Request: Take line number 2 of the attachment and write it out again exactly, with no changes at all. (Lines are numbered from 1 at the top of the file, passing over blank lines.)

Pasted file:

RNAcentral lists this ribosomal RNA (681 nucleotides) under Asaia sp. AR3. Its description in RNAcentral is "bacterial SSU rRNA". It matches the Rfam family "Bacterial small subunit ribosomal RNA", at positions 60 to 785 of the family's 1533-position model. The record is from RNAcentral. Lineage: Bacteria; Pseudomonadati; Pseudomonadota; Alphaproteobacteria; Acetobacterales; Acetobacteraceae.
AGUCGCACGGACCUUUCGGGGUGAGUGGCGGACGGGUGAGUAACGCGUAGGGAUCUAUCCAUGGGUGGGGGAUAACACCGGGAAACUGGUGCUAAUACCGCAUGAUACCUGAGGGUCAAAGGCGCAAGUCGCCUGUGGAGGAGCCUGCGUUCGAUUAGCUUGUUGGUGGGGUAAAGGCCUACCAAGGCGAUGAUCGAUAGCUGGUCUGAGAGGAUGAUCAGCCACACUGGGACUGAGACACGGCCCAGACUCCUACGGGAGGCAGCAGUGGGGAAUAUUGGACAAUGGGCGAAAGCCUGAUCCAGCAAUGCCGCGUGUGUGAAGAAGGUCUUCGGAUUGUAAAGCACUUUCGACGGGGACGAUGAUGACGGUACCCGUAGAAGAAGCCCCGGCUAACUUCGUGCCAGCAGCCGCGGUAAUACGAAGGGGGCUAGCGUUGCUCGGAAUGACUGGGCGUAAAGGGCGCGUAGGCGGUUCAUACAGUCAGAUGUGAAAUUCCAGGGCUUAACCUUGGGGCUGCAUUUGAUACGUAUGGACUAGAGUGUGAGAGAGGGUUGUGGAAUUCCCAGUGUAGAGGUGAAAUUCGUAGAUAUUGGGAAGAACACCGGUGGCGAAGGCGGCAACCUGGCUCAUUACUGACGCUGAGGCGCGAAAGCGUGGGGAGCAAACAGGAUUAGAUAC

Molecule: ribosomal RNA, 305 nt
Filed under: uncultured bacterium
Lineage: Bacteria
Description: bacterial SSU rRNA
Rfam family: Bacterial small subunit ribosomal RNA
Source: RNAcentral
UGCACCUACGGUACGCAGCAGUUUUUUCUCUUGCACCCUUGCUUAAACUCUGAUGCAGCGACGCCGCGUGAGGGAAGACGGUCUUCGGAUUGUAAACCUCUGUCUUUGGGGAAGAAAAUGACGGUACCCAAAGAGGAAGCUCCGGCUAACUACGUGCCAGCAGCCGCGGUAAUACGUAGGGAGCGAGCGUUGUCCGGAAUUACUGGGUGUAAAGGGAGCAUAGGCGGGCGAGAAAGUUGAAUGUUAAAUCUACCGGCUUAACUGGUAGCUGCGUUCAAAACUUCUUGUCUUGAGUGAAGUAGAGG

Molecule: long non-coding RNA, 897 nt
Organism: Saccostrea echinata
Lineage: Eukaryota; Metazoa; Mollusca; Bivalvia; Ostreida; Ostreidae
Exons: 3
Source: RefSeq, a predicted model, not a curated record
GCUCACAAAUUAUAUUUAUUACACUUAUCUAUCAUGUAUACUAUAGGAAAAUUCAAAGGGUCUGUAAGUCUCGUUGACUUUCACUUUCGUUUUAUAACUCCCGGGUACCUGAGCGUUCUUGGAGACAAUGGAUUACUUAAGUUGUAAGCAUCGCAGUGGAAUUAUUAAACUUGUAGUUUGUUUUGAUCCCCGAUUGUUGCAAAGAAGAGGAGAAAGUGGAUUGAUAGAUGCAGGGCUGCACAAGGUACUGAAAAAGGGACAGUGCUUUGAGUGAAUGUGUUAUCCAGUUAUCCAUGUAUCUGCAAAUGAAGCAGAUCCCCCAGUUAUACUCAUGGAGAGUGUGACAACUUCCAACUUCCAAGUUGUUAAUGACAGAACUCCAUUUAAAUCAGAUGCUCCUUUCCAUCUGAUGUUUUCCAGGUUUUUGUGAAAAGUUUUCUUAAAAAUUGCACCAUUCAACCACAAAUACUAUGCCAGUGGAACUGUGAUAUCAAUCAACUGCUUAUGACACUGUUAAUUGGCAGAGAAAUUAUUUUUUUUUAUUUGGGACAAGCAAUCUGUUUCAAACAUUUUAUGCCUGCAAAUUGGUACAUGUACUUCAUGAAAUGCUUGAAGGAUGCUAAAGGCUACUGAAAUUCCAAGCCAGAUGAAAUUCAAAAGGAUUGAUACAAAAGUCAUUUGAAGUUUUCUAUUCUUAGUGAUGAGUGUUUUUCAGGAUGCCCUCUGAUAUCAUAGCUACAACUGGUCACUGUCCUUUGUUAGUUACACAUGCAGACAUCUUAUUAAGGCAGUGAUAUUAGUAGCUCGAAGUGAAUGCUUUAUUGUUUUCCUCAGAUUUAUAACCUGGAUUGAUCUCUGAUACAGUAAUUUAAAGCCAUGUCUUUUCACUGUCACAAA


AGUCGCACGGACCUUUCGGGGUGAGUGGCGGACGGGUGAGUAACGCGUAGGGAUCUAUCCAUGGGUGGGGGAUAACACCGGGAAACUGGUGCUAAUACCGCAUGAUACCUGAGGGUCAAAGGCGCAAGUCGCCUGUGGAGGAGCCUGCGUUCGAUUAGCUUGUUGGUGGGGUAAAGGCCUACCAAGGCGAUGAUCGAUAGCUGGUCUGAGAGGAUGAUCAGCCACACUGGGACUGAGACACGGCCCAGACUCCUACGGGAGGCAGCAGUGGGGAAUAUUGGACAAUGGGCGAAAGCCUGAUCCAGCAAUGCCGCGUGUGUGAAGAAGGUCUUCGGAUUGUAAAGCACUUUCGACGGGGACGAUGAUGACGGUACCCGUAGAAGAAGCCCCGGCUAACUUCGUGCCAGCAGCCGCGGUAAUACGAAGGGGGCUAGCGUUGCUCGGAAUGACUGGGCGUAAAGGGCGCGUAGGCGGUUCAUACAGUCAGAUGUGAAAUUCCAGGGCUUAACCUUGGGGCUGCAUUUGAUACGUAUGGACUAGAGUGUGAGAGAGGGUUGUGGAAUUCCCAGUGUAGAGGUGAAAUUCGUAGAUAUUGGGAAGAACACCGGUGGCGAAGGCGGCAACCUGGCUCAUUACUGACGCUGAGGCGCGAAAGCGUGGGGAGCAAACAGGAUUAGAUAC